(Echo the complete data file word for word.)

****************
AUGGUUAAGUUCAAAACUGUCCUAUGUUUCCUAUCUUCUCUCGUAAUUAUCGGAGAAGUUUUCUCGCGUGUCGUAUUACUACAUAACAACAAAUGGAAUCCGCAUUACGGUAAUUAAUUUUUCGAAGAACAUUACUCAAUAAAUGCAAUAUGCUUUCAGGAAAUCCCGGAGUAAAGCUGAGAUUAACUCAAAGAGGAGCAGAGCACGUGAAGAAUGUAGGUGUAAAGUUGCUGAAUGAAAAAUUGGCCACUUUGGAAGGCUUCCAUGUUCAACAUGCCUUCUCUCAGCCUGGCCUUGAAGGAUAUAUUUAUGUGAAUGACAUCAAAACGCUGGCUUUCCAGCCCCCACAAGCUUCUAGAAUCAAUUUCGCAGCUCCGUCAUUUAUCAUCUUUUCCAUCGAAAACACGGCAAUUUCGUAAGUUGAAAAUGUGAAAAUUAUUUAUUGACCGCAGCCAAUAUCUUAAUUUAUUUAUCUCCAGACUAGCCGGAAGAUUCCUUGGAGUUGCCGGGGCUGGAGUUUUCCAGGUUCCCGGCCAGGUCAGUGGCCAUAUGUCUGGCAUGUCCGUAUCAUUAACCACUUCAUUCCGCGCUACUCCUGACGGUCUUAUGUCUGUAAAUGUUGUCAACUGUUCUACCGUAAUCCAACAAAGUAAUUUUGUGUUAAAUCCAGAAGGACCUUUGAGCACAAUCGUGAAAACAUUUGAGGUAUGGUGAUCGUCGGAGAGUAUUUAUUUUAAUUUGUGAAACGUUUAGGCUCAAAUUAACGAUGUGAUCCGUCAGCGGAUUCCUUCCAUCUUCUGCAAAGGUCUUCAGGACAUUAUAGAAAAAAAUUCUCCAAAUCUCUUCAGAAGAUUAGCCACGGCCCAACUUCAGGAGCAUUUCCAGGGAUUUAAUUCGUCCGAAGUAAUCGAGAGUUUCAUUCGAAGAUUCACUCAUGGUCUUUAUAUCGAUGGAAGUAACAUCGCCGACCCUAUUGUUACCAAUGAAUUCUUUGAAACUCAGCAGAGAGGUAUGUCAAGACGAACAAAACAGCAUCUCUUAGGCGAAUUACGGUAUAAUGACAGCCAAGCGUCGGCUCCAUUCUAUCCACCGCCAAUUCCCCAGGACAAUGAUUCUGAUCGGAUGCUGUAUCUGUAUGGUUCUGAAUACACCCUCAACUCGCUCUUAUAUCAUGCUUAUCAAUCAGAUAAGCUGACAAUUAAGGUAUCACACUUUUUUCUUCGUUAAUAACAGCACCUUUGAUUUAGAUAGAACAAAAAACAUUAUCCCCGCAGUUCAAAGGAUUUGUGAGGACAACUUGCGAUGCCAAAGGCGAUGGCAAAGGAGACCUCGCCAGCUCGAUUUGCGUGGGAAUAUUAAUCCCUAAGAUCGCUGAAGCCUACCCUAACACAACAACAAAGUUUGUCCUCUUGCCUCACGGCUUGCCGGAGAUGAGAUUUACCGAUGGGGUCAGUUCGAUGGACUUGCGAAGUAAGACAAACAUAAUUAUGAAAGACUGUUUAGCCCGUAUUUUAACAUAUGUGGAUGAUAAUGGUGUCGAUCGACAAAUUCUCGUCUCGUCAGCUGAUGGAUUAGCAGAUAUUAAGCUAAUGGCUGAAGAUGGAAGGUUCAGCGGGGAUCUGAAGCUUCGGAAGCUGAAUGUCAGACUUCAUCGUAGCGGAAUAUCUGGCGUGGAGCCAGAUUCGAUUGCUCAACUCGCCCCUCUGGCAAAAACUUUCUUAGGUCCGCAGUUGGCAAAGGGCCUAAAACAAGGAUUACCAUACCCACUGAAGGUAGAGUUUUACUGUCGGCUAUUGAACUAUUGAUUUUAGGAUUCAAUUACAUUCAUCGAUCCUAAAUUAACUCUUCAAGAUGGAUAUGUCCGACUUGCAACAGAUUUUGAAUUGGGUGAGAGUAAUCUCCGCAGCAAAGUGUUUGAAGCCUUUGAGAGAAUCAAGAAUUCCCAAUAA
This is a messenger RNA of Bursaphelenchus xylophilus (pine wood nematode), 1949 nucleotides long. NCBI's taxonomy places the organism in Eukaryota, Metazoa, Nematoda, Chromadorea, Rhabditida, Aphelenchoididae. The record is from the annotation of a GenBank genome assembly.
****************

AUGGUUAAGUUCAAAACUGUCCUAUGUUUCCUAUCUUCUCUCGUAAUUAUCGGAGAAGUUUUCUCGCGUGUCGUAUUACUACAUAACAACAAAUGGAAUCCGCAUUACGGUAAUUAAUUUUUCGAAGAACAUUACUCAAUAAAUGCAAUAUGCUUUCAGGAAAUCCCGGAGUAAAGCUGAGAUUAACUCAAAGAGGAGCAGAGCACGUGAAGAAUGUAGGUGUAAAGUUGCUGAAUGAAAAAUUGGCCACUUUGGAAGGCUUCCAUGUUCAACAUGCCUUCUCUCAGCCUGGCCUUGAAGGAUAUAUUUAUGUGAAUGACAUCAAAACGCUGGCUUUCCAGCCCCCACAAGCUUCUAGAAUCAAUUUCGCAGCUCCGUCAUUUAUCAUCUUUUCCAUCGAAAACACGGCAAUUUCGUAAGUUGAAAAUGUGAAAAUUAUUUAUUGACCGCAGCCAAUAUCUUAAUUUAUUUAUCUCCAGACUAGCCGGAAGAUUCCUUGGAGUUGCCGGGGCUGGAGUUUUCCAGGUUCCCGGCCAGGUCAGUGGCCAUAUGUCUGGCAUGUCCGUAUCAUUAACCACUUCAUUCCGCGCUACUCCUGACGGUCUUAUGUCUGUAAAUGUUGUCAACUGUUCUACCGUAAUCCAACAAAGUAAUUUUGUGUUAAAUCCAGAAGGACCUUUGAGCACAAUCGUGAAAACAUUUGAGGUAUGGUGAUCGUCGGAGAGUAUUUAUUUUAAUUUGUGAAACGUUUAGGCUCAAAUUAACGAUGUGAUCCGUCAGCGGAUUCCUUCCAUCUUCUGCAAAGGUCUUCAGGACAUUAUAGAAAAAAAUUCUCCAAAUCUCUUCAGAAGAUUAGCCACGGCCCAACUUCAGGAGCAUUUCCAGGGAUUUAAUUCGUCCGAAGUAAUCGAGAGUUUCAUUCGAAGAUUCACUCAUGGUCUUUAUAUCGAUGGAAGUAACAUCGCCGACCCUAUUGUUACCAAUGAAUUCUUUGAAACUCAGCAGAGAGGUAUGUCAAGACGAACAAAACAGCAUCUCUUAGGCGAAUUACGGUAUAAUGACAGCCAAGCGUCGGCUCCAUUCUAUCCACCGCCAAUUCCCCAGGACAAUGAUUCUGAUCGGAUGCUGUAUCUGUAUGGUUCUGAAUACACCCUCAACUCGCUCUUAUAUCAUGCUUAUCAAUCAGAUAAGCUGACAAUUAAGGUAUCACACUUUUUUCUUCGUUAAUAACAGCACCUUUGAUUUAGAUAGAACAAAAAACAUUAUCCCCGCAGUUCAAAGGAUUUGUGAGGACAACUUGCGAUGCCAAAGGCGAUGGCAAAGGAGACCUCGCCAGCUCGAUUUGCGUGGGAAUAUUAAUCCCUAAGAUCGCUGAAGCCUACCCUAACACAACAACAAAGUUUGUCCUCUUGCCUCACGGCUUGCCGGAGAUGAGAUUUACCGAUGGGGUCAGUUCGAUGGACUUGCGAAGUAAGACAAACAUAAUUAUGAAAGACUGUUUAGCCCGUAUUUUAACAUAUGUGGAUGAUAAUGGUGUCGAUCGACAAAUUCUCGUCUCGUCAGCUGAUGGAUUAGCAGAUAUUAAGCUAAUGGCUGAAGAUGGAAGGUUCAGCGGGGAUCUGAAGCUUCGGAAGCUGAAUGUCAGACUUCAUCGUAGCGGAAUAUCUGGCGUGGAGCCAGAUUCGAUUGCUCAACUCGCCCCUCUGGCAAAAACUUUCUUAGGUCCGCAGUUGGCAAAGGGCCUAAAACAAGGAUUACCAUACCCACUGAAGGUAGAGUUUUACUGUCGGCUAUUGAACUAUUGAUUUUAGGAUUCAAUUACAUUCAUCGAUCCUAAAUUAACUCUUCAAGAUGGAUAUGUCCGACUUGCAACAGAUUUUGAAUUGGGUGAGAGUAAUCUCCGCAGCAAAGUGUUUGAAGCCUUUGAGAGAAUCAAGAAUUCCCAAUAA
This is a messenger RNA of Bursaphelenchus xylophilus (pine wood nematode), 1949 nucleotides long. NCBI's taxonomy places the organism in Eukaryota, Metazoa, Nematoda, Chromadorea, Rhabditida, Aphelenchoididae. The record is from the annotation of a GenBank genome assembly.